Private Practice- Will You be a Survivor?

Money Money Money

Photo by Images_of_Money

“A recent survey by Accenture has shed light on the matter of shrinking numbers of medical private practices and has revealed that especially small private practices are on the decline. The survey also shows that individual practitioners are in declining at the rate of two percent annually and would decline by five percent annually by the year 2013.” (Excerpt from Private Practices Surviving Healthcare Reforms:  Revenue Management.)

The glamour associated with private practice is often shrouded in the gut-busting challenge of juggling business and clinical demands. Dealing with downward payment trends and increasing management of services resulting in the need for more clients.  What is the key to being a private practice survivor?

In a word: REVENUE.

Generating revenue is key to growing your business & managing it is equally essential!

What are four ways that practitioners need to focus on revenue generation?

  1. Identifying your target market
  2. Creating & sharing your brand message
  3. Leveraging your relationships
  4. Jumping into an integrated personal and social media marketing approach and grow your business

What are the five ways we can optimize revenue?

  1. Understand your  costs, pricing and contracting
  2. Identify the key practice metrics you will monitor
  3. Master coverage issues & opportunities
  4. Establish patient payment policies & parameters
  5. Create systems to insure proper billing, documentation & receivable management

You can be a survivor & thrive in the next phase of practice!

 

Interested in this topic? Lynn Steffes is presenting at ASHA Health Care/Business Institute 2012, taking place April 28-29 in Memphis, Tennessee. Visit the ASHA website for conference information and to register–early bird registration ends March 13 so don’t delay!

 

Lynn Steffes, PT, DPT is president/consultant of Steffes & Associates, a nationwide rehabilitation consulting service based in WI. Her areas of expertise include marketing and program development, customer service initiatives, managed care contracts and payer relations, and optimal reimbursement and documentation strategies. Steffes is a 1981 graduate of Northwestern University and completed her transitional DPT in December of 2010. In addition to her work as a consultant, she is a frequent speaker at national and state meetings. She is an active member of the American Physical Therapy Association (APTA) and serves on the board of directors for the private practice section of APTA.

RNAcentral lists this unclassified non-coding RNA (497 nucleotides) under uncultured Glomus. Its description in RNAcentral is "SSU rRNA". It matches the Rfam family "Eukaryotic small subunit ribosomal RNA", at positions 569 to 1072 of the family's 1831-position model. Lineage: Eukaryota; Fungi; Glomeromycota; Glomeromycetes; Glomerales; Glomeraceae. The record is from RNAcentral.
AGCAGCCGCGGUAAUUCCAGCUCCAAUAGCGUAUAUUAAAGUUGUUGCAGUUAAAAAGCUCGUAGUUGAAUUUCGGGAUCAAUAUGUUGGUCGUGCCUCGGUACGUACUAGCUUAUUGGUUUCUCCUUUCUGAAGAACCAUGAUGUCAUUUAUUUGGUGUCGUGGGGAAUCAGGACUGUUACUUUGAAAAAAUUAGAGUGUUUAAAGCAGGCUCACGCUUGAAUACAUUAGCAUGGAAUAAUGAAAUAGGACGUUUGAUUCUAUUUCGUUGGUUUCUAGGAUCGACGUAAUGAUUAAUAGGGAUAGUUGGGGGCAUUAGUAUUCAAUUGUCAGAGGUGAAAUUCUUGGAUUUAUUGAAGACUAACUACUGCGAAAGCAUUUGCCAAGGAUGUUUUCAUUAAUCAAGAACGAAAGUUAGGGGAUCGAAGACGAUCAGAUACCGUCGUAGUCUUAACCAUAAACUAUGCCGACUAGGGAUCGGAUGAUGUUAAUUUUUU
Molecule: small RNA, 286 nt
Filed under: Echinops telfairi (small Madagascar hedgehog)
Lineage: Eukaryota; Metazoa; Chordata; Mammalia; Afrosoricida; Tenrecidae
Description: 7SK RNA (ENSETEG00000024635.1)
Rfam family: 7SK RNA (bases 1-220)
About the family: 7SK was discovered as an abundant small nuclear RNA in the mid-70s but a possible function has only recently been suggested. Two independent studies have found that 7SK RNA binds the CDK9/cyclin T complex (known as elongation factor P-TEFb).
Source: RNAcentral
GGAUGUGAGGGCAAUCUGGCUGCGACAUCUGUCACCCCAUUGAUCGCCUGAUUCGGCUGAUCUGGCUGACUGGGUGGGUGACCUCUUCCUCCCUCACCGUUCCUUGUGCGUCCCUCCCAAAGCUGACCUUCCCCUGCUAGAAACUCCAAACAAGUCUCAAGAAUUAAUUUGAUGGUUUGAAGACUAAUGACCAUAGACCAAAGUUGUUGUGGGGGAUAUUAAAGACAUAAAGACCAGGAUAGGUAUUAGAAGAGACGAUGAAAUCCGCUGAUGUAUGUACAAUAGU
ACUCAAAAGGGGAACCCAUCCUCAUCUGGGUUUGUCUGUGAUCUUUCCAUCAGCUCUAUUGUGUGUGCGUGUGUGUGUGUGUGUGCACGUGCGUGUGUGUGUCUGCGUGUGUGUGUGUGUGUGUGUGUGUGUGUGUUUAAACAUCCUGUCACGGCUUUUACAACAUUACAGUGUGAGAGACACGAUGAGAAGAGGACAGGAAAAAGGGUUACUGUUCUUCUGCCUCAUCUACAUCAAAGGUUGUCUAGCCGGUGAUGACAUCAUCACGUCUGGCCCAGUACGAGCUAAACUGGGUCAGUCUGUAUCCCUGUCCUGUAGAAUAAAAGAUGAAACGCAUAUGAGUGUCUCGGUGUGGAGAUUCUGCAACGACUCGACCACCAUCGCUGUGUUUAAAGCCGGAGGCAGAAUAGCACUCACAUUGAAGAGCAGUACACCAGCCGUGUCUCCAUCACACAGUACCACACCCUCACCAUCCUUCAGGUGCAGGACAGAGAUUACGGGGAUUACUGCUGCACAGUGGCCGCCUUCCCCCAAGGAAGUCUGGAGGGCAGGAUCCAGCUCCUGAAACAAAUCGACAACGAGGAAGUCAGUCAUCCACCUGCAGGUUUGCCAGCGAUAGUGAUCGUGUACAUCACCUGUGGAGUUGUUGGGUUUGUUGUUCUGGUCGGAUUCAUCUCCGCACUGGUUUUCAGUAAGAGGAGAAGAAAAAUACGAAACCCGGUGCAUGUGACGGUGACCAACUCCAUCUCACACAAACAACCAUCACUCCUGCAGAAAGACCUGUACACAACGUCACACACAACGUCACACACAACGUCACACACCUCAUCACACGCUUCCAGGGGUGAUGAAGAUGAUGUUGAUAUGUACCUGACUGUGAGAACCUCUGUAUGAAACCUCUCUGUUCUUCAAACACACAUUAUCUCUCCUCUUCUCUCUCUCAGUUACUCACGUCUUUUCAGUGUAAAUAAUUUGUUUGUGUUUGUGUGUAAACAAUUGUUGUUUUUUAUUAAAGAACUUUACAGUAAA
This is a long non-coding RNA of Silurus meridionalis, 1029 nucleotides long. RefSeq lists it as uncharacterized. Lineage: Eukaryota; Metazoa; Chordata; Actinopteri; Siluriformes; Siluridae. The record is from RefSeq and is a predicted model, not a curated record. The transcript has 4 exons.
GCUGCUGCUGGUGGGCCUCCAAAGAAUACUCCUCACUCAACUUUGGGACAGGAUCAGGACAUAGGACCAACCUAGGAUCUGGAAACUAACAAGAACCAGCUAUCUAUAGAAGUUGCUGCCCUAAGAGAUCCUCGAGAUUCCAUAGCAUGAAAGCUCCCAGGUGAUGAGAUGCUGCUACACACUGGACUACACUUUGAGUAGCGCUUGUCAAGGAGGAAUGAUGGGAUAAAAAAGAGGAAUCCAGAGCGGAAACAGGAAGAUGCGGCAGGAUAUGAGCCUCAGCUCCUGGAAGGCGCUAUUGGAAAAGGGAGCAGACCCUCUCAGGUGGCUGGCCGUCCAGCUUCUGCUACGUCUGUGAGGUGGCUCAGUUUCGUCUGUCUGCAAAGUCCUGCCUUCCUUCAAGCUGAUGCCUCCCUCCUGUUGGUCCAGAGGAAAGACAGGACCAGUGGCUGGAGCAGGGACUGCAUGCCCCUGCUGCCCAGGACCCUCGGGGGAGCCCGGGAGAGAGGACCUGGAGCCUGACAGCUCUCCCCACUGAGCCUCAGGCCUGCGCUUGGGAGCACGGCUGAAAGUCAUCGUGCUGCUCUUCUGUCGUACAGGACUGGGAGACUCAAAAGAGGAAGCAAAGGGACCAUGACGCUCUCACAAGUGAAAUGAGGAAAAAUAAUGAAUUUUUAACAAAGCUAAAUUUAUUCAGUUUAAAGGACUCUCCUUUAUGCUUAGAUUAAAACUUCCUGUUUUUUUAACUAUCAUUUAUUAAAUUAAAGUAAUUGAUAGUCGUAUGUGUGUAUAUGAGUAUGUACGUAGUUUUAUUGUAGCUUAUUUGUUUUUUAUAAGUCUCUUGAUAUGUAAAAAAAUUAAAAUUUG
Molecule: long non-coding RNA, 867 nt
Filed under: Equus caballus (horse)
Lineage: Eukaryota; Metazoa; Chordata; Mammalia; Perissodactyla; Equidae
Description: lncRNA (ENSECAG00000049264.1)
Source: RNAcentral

Comments

  1. Well, I have gone from being one of the 99% to one of the 2%. I suppose if you add them both together, I’m at 101%. But then, if I survive until 2013, perhaps another 5%. Retiring at 106% sounds pretty good to me, actually. At that level, I will have: (1) successfully exited 9 years earlier from the current health care system, which demands that I support a profit-driven mechanism for selection of clients and administration of my services, without much regard to need or professional ethics; (2)enjoyed an amazing run of client-driven journeys into the unknown, with interventions based upon their priorities, and reaching deep into my soul to deliver; (3) attempted and failed to “market” my services to “the right” people; (4) refused to become a provider for third party payers, whose only goal is to deliver the least to the fewest, and to alter the way we deliver our care, independent of anyone’s criteria for improvement except their own, (5) refused to compromise on my “case mix,” so that I would be treating the impairment “most likely to succeed” (children on the spectrum) and being incompetent and unhappy at best; (6)spent hours thinking and planning for the client and in finding alternative ways of funding my personal checkbook; (7) negotiated with landlords and utility providers to cut costs; (8)shared stories with others who feel as I do, and who, like me, are teetering on the brink of dissolution. I know my work is valuable, needed, respected, and provides me with a personal sense of purpose and accomplishment I never had as a traditional therapist, nor would have if I followed all the dictates necessary to become financially solvent as a private practitioner. I do what I do, and hope that I can continue to do it my way. I don’t devalue the information private practitioners need to survive. I hope they do. I hope I do. I just, hope.

  2. Creativity is key. Networking and helping other private practice owners is also key. I find that the more I connect with business owners and share what I am doing, I have the opportunity to learn what they are doing. Many times, we both walk away refreshed, renewed, and inspired. As SLPs and business owners, we need to stay inspired. We also need to stay courageous and bold as we try new business plans, business models.
    One last thought…we become our words! We need to watch our words as we talk about our future, our profession, our hopes and dreams. If we think ourselves common, we will speak of ourselves as common. We are more than common, we are more than unique.